Every Wednesday, I hope to find a new ‘weed’ to investigate. My only criterion will be that I will not have deliberately planted the subject of our inquiry. Who knows what we will find…..
Dear Readers, this week I have decided to celebrate a ‘weed’ that I have seen a hundred yards from my house in East Finchley, and also in the ravines in Central Toronto – Common toadflax. What a world traveller this plant is. In Canada, it is also known as Butter and Eggs, possibly a reflection on the delicious but dairy-heavy breakfasts that are available everywhere in that noble country. When I was a small child, my brother and I would pluck the flowers from Snapdragons in my grandmother’s garden and chase one another around whilst pretending to ‘bite’ with the blooms. It comes as no surprise that Common toadflax is also used around the world for the same kinds of capers, and that many of its other names refer to its shape – Calve’s Nose, Puppy Dog’s Mouths, and my favourite, Squeezejaws.
Common toadflax is native to Europe and most of Eurasia, but was introduced to North America about 300 years ago, and is listed in as a noxious weed in several provinces and states. It is certainly a tough, perennial plant, which can even survive hard-pruning, but it is useful for pollinators. Its flowers need a heavy insect to open them, and so, like our domesticated antirrhinums (which are part of the same family) it is a great favourite with bumblebees.
Common toadflax has been used to produce a yellow dye for cloth in Germany, and was boiled in milk as a flykiller in Sweden. It has been used medicinally for liver problems, maybe because its yellow colour indicated that it might be useful against jaundice. Its flowers were also used to make an eye ointment. Although the plant is not native to North America, it has been used by the Iroqouis as an ingredient in a potion against enchantment, and by the Chippewa people to counteract congestive diseases. There is something about its elegant shape and delicate colours that makes it look as if it would be health-giving, to my eye at least.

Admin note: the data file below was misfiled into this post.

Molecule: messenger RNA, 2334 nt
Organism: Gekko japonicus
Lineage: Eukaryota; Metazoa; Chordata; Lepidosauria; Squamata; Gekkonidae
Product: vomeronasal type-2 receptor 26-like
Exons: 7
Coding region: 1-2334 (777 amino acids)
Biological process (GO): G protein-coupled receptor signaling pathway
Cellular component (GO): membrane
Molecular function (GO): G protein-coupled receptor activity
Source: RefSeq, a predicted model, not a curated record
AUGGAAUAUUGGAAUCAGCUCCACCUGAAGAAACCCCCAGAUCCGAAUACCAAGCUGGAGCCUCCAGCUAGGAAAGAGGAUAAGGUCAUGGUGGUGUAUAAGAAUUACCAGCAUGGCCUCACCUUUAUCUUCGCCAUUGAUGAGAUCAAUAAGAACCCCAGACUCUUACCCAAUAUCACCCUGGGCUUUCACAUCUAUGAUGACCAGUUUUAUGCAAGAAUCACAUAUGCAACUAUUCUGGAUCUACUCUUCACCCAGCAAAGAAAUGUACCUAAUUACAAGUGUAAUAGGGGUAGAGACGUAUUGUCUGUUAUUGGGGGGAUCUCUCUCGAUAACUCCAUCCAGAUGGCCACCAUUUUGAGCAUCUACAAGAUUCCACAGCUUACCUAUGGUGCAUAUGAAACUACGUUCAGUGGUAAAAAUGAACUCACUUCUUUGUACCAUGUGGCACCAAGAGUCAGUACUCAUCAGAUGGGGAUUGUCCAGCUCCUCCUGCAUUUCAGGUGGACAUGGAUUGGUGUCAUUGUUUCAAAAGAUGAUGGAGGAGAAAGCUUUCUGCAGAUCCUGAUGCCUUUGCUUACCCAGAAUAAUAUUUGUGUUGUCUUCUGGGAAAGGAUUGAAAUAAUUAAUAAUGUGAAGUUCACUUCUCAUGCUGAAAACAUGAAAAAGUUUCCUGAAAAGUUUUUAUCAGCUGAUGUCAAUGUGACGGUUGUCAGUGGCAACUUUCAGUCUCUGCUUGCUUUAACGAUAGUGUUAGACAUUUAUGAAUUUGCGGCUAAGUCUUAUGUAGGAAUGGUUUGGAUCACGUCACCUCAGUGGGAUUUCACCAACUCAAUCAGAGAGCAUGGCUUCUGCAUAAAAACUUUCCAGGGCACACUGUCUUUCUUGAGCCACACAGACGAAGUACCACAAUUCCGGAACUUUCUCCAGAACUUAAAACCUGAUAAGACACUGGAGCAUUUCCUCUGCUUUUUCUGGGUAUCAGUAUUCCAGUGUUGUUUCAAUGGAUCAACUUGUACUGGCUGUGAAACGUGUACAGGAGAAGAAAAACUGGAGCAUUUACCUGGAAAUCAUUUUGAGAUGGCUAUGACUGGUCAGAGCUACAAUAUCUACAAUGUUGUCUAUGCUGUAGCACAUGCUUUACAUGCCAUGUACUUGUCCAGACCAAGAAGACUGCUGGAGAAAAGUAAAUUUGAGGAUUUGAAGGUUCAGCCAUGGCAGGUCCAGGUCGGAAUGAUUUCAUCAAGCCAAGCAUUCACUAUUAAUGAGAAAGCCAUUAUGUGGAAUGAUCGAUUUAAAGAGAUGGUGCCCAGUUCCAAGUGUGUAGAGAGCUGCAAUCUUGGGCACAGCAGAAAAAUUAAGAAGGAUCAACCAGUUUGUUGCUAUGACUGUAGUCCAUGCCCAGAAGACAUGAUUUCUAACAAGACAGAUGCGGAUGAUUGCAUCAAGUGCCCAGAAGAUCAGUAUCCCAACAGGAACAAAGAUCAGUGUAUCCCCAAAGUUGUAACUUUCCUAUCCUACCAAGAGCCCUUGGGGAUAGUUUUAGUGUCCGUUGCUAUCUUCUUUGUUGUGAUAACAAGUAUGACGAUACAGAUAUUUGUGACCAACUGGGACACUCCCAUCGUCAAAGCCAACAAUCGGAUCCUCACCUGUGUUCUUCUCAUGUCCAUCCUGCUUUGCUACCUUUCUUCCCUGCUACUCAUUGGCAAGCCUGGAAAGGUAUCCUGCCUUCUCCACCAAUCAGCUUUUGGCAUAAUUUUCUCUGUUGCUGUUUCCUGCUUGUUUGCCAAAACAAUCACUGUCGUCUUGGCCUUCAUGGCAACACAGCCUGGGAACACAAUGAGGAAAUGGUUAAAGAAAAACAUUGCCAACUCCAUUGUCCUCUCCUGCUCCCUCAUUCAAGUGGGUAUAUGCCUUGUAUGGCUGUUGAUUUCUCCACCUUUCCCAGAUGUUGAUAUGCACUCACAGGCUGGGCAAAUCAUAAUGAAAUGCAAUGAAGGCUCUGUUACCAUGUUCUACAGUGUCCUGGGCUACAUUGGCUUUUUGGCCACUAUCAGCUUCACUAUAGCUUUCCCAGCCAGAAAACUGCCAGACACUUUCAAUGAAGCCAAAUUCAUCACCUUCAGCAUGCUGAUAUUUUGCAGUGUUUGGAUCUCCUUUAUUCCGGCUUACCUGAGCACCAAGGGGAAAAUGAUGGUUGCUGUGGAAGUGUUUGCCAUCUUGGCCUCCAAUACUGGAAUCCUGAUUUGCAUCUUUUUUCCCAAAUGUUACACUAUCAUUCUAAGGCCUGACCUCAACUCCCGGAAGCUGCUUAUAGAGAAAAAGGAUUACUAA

One of the most delightful alternative names for Common toadflax is ‘Imprudent Lawyer’ (sometimes written as ‘Impudent Lawyer’). How on earth this innocent flower came to be associated with the legal profession is anybody’s guess, but I fear that the plant has been given this name because of the size of its ‘mouth’. And while we are on the subject of names, ‘Brideweed’ and ‘Bridewort’ are yet more ways to refer to Linaria vulgaris. Is this because the freshness of the flowers made it perfect for a bride’s bouquet or is it, as described in Andy’s Northern Ontario Wildflowers because the plant was used as a cure for a pig disease called ‘Bride?’ The explanation, as with so many of these things, is lost in history, but how I love that one ‘weed’ can have so many different local titles. It seems to me that we name the things that we love and notice, and on that basis, Common toadflax is a very well loved plant indeed.